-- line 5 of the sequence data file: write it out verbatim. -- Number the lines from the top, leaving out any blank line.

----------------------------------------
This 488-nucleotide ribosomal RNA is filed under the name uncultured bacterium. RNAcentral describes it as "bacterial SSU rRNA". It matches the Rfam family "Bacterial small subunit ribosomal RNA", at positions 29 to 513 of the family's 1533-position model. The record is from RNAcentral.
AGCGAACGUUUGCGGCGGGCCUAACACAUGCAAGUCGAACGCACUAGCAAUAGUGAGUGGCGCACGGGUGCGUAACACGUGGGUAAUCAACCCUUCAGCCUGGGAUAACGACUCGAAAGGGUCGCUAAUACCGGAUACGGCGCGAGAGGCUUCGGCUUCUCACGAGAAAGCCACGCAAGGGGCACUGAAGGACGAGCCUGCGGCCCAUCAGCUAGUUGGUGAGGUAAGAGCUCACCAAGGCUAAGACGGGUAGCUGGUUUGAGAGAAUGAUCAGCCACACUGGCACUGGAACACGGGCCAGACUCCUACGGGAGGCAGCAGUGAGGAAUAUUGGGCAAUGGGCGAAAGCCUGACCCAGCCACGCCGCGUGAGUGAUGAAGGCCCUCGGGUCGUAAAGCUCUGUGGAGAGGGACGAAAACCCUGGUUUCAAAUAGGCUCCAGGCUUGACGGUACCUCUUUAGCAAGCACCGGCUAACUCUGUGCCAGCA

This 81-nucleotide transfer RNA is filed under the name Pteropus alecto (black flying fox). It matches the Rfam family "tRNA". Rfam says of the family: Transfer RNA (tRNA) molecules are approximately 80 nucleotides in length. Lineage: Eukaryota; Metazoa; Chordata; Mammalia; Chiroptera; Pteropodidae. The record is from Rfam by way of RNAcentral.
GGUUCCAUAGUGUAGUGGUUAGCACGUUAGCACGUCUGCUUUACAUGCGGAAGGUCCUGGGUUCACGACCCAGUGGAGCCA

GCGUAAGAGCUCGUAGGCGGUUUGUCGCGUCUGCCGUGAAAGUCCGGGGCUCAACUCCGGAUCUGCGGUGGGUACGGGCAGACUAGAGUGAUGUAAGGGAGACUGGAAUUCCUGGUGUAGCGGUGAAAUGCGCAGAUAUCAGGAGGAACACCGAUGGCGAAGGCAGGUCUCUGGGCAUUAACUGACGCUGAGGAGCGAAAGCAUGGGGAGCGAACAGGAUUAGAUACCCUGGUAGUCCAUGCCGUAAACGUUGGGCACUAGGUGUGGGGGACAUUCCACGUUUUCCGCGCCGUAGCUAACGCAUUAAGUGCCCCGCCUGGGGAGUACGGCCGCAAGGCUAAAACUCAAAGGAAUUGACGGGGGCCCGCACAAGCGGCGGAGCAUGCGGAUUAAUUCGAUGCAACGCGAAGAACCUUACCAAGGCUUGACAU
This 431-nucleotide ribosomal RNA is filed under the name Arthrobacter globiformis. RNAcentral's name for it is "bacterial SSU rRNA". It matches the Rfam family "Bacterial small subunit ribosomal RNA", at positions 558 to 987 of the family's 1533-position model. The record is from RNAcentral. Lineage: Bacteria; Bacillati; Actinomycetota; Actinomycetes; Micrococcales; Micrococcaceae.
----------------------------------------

GCGUAAGAGCUCGUAGGCGGUUUGUCGCGUCUGCCGUGAAAGUCCGGGGCUCAACUCCGGAUCUGCGGUGGGUACGGGCAGACUAGAGUGAUGUAAGGGAGACUGGAAUUCCUGGUGUAGCGGUGAAAUGCGCAGAUAUCAGGAGGAACACCGAUGGCGAAGGCAGGUCUCUGGGCAUUAACUGACGCUGAGGAGCGAAAGCAUGGGGAGCGAACAGGAUUAGAUACCCUGGUAGUCCAUGCCGUAAACGUUGGGCACUAGGUGUGGGGGACAUUCCACGUUUUCCGCGCCGUAGCUAACGCAUUAAGUGCCCCGCCUGGGGAGUACGGCCGCAAGGCUAAAACUCAAAGGAAUUGACGGGGGCCCGCACAAGCGGCGGAGCAUGCGGAUUAAUUCGAUGCAACGCGAAGAACCUUACCAAGGCUUGACAU